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  • Editor’s Preface. The Invisible Tradition: Avant-Garde Catalan Cinema under Late Francoism
  • Sara Nadal-Melsió

Political cinema is about the absence of the people. This paraphrase of Gilles Deleuze could serve as an epigraph to this volume.1 Avant-garde Catalan cinema thematizes not just the lack of visibility of a people but, more significantly, makes of such absence and silence a powerful cinematic trope with which to counteract the political vacuum created by late Francoism. The essays collected in The Invisible Tradition present instances of an urgent critical reengagement and symptomatic reading of these singular and little-known cinematic interventions.

The social and political imaginaries of Francoist Spain created a singular instance of dislocation in the Catalan filmic avant-garde of the 1960s and 1970s. The commitment to avant-garde practices, emerging out of a tradition dating back to the 1920s in the Catalan context, pushed the envelope of political possibility by establishing an elective affinity and an affective transfer between the political and the aesthetic. By addressing this productive double enunciation through a transnational lens, this special issue hopes to shed new light both on European peripheral cinematic avant-gardes and on the aesthetic articulation of political dissent. The films of the Barcelona School and of Pere Portabella bear the mark of their circumstances and put those circumstances to work by appropriating them conceptually and cinematically. [End Page 465] Late Francoism proved to be an unstable and complex political conjuncture that challenged the use of straightforward cinematic narratives and called for a reimagination of the cinematic medium as an emancipatory practice.

The conjunctures of Barcelona’s cultural milieu were not without complexity either. Fèlix Fanés—whose contribution is the first article in Catalan to be published in Hispanic Review—teases out the implications of Pere Portabella’s collaborative, interdisciplinary, and conceptual understanding of the cinematic medium by paying close attention to the legacies of the prewar Catalan avant-garde, still traceable in the Barcelona of the ’60s and ’70s. By foregrounding the centrality of Joan Brossa, a poet, visual artist, magician, and early-cinema aficionado, as a link between the historical avant-gardes and the emergence of Catalan conceptualism, Fanés situates his early collaboration with Portabella within a genealogy that begins with Miró, runs through Dau al Set, and culminates with the avant-garde politics of the Grup de Treball. Likewise, the influence of the avant-garde musician and conceptual artist Carles Santos brings to the table an emphasis on the materiality and discontinuity of film, together with a fascination with the role of labor in the artistic process, which we have come to regard as intrinsic to Portabella’s distinctive filmic style. Dialogue, collaboration, and mixed media may have begun as characteristics of the Catalan avant-garde milieu, but in Portabella they were formalized into aesthetic choices.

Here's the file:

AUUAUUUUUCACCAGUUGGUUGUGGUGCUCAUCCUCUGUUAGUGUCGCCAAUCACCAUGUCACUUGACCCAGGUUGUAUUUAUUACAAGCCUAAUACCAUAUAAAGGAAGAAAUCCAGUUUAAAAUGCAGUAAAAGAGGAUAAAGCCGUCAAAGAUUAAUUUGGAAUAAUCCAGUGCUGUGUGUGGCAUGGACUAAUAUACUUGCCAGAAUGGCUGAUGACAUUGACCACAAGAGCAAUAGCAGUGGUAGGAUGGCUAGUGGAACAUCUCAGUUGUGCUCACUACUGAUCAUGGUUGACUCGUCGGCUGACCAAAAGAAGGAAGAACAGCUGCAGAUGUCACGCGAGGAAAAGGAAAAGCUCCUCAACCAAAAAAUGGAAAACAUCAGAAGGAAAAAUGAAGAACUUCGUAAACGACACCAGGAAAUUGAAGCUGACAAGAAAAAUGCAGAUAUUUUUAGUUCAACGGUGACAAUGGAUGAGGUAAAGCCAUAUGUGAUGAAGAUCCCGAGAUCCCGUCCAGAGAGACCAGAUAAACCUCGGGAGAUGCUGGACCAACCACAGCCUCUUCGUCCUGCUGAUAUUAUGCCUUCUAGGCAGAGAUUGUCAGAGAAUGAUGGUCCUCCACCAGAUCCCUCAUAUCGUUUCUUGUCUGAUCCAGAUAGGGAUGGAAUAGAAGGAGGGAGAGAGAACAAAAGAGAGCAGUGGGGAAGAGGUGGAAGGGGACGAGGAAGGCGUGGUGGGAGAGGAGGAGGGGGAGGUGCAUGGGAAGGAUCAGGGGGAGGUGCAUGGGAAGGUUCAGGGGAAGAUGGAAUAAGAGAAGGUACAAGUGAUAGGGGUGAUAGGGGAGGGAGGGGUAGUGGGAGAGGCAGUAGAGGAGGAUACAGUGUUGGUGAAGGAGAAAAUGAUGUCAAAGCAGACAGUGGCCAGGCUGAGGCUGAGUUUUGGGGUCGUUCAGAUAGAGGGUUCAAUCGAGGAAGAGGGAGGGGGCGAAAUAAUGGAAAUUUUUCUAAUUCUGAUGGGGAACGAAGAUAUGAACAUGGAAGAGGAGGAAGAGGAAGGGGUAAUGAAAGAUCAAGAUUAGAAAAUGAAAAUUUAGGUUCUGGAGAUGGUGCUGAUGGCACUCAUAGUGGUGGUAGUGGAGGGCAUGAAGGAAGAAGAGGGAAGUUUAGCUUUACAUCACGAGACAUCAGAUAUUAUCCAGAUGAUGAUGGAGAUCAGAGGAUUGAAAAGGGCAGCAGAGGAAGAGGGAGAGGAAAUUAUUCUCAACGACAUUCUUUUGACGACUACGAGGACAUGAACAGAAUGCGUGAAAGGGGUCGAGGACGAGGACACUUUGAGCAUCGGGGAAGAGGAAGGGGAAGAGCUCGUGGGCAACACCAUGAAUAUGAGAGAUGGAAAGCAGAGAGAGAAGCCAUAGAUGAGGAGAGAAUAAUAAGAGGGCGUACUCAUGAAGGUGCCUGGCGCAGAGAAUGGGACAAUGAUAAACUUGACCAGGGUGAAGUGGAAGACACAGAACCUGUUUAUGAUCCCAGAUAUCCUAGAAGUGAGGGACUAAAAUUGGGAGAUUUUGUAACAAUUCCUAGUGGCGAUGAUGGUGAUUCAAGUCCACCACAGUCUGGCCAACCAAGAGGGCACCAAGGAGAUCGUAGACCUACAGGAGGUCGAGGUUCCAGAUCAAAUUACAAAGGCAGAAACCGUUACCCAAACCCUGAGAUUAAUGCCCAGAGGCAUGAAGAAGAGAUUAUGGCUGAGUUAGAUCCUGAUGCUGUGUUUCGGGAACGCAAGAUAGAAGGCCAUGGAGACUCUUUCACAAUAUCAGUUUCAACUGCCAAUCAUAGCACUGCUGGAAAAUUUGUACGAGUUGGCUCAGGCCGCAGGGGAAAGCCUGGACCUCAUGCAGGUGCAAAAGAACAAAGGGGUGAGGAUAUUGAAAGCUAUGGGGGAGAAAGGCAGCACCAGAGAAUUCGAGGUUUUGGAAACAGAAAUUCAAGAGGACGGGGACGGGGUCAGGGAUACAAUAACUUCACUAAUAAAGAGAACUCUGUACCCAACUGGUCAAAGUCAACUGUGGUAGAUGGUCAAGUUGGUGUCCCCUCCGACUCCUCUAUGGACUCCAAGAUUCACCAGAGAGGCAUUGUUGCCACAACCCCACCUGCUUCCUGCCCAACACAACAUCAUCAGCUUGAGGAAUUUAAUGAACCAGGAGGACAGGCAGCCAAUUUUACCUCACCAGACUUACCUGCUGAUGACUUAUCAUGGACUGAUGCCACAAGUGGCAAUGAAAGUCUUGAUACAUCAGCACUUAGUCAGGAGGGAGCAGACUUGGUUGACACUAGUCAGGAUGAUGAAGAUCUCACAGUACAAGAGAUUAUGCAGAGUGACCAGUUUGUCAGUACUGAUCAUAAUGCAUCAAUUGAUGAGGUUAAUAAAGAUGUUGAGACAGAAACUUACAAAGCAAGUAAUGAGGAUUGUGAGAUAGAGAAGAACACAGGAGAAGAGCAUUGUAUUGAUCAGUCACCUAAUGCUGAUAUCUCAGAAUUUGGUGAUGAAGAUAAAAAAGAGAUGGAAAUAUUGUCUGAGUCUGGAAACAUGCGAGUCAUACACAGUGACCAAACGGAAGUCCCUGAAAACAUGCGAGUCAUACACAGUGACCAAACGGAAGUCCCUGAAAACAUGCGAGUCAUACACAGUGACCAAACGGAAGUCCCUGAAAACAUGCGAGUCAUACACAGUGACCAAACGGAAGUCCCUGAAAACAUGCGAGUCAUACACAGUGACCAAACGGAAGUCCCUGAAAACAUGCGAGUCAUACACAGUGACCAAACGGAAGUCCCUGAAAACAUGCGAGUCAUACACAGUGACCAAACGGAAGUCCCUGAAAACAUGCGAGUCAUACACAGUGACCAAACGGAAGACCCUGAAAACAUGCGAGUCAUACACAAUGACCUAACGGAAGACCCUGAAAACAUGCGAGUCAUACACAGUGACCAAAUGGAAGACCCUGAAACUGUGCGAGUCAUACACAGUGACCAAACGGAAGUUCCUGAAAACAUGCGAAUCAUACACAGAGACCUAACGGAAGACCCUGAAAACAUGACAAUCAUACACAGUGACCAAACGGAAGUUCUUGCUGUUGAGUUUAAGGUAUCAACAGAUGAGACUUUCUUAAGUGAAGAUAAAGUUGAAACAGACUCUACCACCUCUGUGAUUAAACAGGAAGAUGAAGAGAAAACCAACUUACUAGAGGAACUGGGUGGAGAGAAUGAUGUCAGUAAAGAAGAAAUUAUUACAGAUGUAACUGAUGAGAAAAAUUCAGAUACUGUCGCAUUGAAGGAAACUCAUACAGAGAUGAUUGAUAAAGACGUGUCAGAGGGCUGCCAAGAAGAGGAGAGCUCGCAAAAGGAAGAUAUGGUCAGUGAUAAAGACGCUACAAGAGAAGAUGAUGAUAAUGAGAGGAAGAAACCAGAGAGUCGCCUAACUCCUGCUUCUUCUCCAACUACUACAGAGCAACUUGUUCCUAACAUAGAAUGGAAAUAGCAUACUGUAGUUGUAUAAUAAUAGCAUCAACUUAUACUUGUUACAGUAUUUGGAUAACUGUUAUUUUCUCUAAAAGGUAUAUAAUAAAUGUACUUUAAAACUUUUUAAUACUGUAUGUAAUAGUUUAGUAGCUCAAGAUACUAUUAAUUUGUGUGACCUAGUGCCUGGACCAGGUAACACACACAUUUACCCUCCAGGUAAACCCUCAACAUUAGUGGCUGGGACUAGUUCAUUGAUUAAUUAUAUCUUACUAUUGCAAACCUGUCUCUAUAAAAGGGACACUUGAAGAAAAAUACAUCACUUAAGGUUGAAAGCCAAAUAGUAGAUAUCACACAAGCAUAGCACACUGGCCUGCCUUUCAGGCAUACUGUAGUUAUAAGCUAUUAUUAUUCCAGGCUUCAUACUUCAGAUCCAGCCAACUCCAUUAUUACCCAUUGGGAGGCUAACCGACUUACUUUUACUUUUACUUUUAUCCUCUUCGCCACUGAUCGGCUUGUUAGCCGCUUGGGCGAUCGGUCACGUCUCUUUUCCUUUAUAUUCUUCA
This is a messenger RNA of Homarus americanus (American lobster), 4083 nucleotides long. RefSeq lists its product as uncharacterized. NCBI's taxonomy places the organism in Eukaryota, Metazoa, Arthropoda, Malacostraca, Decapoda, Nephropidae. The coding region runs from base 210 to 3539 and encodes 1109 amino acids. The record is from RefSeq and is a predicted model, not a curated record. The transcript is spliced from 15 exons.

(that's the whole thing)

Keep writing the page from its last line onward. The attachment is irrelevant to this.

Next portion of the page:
Rosalind Galt pushes the contextualization of the Barcelona School further by situating it within a transnational dialogue between critical theory and the political avant-garde, in its turn immersed in the aesthetic and political debates surrounding the events of 1968. The reconfiguration of an alternative cinematic culture would champion linguistic renewal over party alliances, and oppose both the legacy of neorealism and the hegemony of the NCE (Nuevo Cine Español) in favor of an elective affinity with the Italian Gruppo 63 and, to a lesser extent, the French Tel Quel. Thus the political impurity and the transnational conversations in which these films engage belie the isolationism of the Francoist cultural milieu, where being Spanish fundamentally meant not being European. Galt’s research inextricably links the fate of European leftist cultures to the ascendancy of a critical theory that, via Roland Barthes and Umberto Eco for instance, championed a transformation of art cinema, and to which the filmmakers of the Barcelona School fully subscribed. As Galt demonstrates, although it is possible to read some of the films of the School as Barthesian texts, the assimilation of radical political [End Page 466] agendas to artistic experimentalism created another set of problems that have affected and continue to affect the critical reception of the films of the Barcelona School. The conversations between critical theorists, militant Marxists, and experimental...


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pp. 465-468
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